Observer: What were some of the most surprising revelations that emerged from your reporting?

Alonzo: Oh, so many. One thing that I think surprised me—but at the same time, not at all—is how the officers on the Chicano Squad were just thrown into something, without any resources, and basically told to figure it out because they were given so much responsibility and expectations and it was clear that it was a huge undertaking. I say that it doesn’t surprise me because growing up in the Rio Grande Valley, I used to see people live life like that a lot. I mean, it’s my family’s story. We are expected to triumph with limited resources. 

Moravec: It doesn’t happen all that frequently that you get to go into this territory that really hasn’t been touched in many years. The mystery, the untold aspects, going through these records, reliving these stories through interviews, pulling letters out of envelopes that people wrote 30 years ago. I was continuously surprised at the lack of coverage of these stories and value of what they were doing back then.

A lot of the cases handled by the Chicano Squad were whodunnits. They were dumped bodies on the side of the road, cantina kills, bar fights where nobody wanted to own up to any role in it, and drug-related murders. There was definitely a larger volume of homicides in the 1970s than we have now … and fewer resources.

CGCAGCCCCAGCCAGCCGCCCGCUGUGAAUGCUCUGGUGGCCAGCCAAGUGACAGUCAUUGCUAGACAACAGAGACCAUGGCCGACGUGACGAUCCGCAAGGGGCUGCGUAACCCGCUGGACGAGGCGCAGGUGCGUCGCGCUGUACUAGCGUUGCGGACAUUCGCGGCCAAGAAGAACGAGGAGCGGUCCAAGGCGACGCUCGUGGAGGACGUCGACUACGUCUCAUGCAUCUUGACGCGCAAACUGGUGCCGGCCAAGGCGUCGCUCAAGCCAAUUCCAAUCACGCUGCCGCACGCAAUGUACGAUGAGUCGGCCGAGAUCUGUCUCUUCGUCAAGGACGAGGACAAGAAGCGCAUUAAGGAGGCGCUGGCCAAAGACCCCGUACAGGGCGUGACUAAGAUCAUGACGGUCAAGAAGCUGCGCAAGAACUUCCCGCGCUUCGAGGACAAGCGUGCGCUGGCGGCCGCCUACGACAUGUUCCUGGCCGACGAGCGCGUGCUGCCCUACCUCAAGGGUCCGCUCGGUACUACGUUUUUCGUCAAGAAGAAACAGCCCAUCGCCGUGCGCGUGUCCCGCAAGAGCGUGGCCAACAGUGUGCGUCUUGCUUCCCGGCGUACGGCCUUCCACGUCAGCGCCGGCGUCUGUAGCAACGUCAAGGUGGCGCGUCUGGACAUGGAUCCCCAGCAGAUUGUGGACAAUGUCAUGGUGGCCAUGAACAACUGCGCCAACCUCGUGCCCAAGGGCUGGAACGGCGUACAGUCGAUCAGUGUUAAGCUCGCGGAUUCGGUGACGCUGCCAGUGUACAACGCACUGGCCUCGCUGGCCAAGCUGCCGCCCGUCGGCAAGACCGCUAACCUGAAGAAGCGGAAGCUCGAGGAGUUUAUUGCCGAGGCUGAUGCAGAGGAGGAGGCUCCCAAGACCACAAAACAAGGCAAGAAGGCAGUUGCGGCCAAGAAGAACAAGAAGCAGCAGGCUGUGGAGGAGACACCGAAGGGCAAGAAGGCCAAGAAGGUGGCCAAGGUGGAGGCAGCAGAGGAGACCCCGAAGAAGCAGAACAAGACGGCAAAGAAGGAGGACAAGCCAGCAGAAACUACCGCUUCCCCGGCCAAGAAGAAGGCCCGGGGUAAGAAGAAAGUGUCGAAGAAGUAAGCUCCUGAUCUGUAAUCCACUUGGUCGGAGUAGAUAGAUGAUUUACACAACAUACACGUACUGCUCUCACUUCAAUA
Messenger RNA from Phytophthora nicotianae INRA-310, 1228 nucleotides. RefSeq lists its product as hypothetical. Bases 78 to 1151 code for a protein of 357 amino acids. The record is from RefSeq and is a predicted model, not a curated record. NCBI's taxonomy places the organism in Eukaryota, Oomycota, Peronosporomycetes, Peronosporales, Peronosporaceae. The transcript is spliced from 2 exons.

Eva Ruth Moravec is an Austin-based freelance writer and the ‘Chicano Squad’ producer.  Josh Baker

When the Houston Chronicle covered the Chicano Squad’s 25th anniversary in 2004, only two original members were still alive. How did you find them and other officers who later joined the squad and get them to talk?

 Moravec: The podcast got started when a staff member of the media company Frequency Machine stumbled on a one-sentence mention of the Chicano Squad in a 2009 article from the Texas Observer, part of Dave Mann’s series about flawed arson science. But squad members weren’t ready to be incredibly open on Day 1. They were skeptical. It took a lot of trips to Houston, a lot of meals, and just explaining and showing them what a podcast was. And it took finding experts, finding professors, finding crime victims, and families, too.